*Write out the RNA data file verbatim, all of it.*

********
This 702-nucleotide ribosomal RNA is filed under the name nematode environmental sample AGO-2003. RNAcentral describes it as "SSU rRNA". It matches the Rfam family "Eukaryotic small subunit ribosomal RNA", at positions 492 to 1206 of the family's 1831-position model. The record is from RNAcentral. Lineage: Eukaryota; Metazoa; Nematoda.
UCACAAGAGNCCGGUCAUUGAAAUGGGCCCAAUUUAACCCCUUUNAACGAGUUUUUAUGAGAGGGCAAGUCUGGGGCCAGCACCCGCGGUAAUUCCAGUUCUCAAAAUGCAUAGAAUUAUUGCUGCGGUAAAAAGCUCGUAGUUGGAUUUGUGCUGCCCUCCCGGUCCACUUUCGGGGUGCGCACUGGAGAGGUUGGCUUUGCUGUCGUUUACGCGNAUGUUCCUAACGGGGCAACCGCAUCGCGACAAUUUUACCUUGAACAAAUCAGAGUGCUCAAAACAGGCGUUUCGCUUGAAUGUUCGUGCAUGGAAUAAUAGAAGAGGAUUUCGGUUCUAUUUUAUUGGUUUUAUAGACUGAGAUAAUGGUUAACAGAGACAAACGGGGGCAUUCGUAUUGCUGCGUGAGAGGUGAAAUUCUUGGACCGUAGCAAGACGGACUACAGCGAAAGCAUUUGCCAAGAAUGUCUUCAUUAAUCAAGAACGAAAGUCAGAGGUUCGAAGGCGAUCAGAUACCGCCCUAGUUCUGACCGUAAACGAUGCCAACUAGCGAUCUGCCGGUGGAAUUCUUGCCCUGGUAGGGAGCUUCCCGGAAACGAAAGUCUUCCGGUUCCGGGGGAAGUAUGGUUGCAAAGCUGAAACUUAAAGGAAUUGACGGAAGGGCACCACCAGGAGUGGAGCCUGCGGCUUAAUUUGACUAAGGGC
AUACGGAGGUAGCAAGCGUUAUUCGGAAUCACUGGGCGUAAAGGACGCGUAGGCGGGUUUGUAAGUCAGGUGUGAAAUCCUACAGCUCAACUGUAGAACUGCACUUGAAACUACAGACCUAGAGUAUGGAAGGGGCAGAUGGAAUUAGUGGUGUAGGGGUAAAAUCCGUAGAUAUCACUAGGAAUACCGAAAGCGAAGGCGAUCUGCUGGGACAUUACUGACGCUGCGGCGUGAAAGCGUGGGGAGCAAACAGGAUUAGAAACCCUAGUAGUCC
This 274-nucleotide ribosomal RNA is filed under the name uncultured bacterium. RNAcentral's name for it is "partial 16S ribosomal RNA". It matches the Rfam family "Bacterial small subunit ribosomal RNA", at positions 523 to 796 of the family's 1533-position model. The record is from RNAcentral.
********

This 702-nucleotide ribosomal RNA is filed under the name nematode environmental sample AGO-2003. RNAcentral describes it as "SSU rRNA". It matches the Rfam family "Eukaryotic small subunit ribosomal RNA", at positions 492 to 1206 of the family's 1831-position model. The record is from RNAcentral. Lineage: Eukaryota; Metazoa; Nematoda.
UCACAAGAGNCCGGUCAUUGAAAUGGGCCCAAUUUAACCCCUUUNAACGAGUUUUUAUGAGAGGGCAAGUCUGGGGCCAGCACCCGCGGUAAUUCCAGUUCUCAAAAUGCAUAGAAUUAUUGCUGCGGUAAAAAGCUCGUAGUUGGAUUUGUGCUGCCCUCCCGGUCCACUUUCGGGGUGCGCACUGGAGAGGUUGGCUUUGCUGUCGUUUACGCGNAUGUUCCUAACGGGGCAACCGCAUCGCGACAAUUUUACCUUGAACAAAUCAGAGUGCUCAAAACAGGCGUUUCGCUUGAAUGUUCGUGCAUGGAAUAAUAGAAGAGGAUUUCGGUUCUAUUUUAUUGGUUUUAUAGACUGAGAUAAUGGUUAACAGAGACAAACGGGGGCAUUCGUAUUGCUGCGUGAGAGGUGAAAUUCUUGGACCGUAGCAAGACGGACUACAGCGAAAGCAUUUGCCAAGAAUGUCUUCAUUAAUCAAGAACGAAAGUCAGAGGUUCGAAGGCGAUCAGAUACCGCCCUAGUUCUGACCGUAAACGAUGCCAACUAGCGAUCUGCCGGUGGAAUUCUUGCCCUGGUAGGGAGCUUCCCGGAAACGAAAGUCUUCCGGUUCCGGGGGAAGUAUGGUUGCAAAGCUGAAACUUAAAGGAAUUGACGGAAGGGCACCACCAGGAGUGGAGCCUGCGGCUUAAUUUGACUAAGGGC
AUACGGAGGUAGCAAGCGUUAUUCGGAAUCACUGGGCGUAAAGGACGCGUAGGCGGGUUUGUAAGUCAGGUGUGAAAUCCUACAGCUCAACUGUAGAACUGCACUUGAAACUACAGACCUAGAGUAUGGAAGGGGCAGAUGGAAUUAGUGGUGUAGGGGUAAAAUCCGUAGAUAUCACUAGGAAUACCGAAAGCGAAGGCGAUCUGCUGGGACAUUACUGACGCUGCGGCGUGAAAGCGUGGGGAGCAAACAGGAUUAGAAACCCUAGUAGUCC
This 274-nucleotide ribosomal RNA is filed under the name uncultured bacterium. RNAcentral's name for it is "partial 16S ribosomal RNA". It matches the Rfam family "Bacterial small subunit ribosomal RNA", at positions 523 to 796 of the family's 1533-position model. The record is from RNAcentral.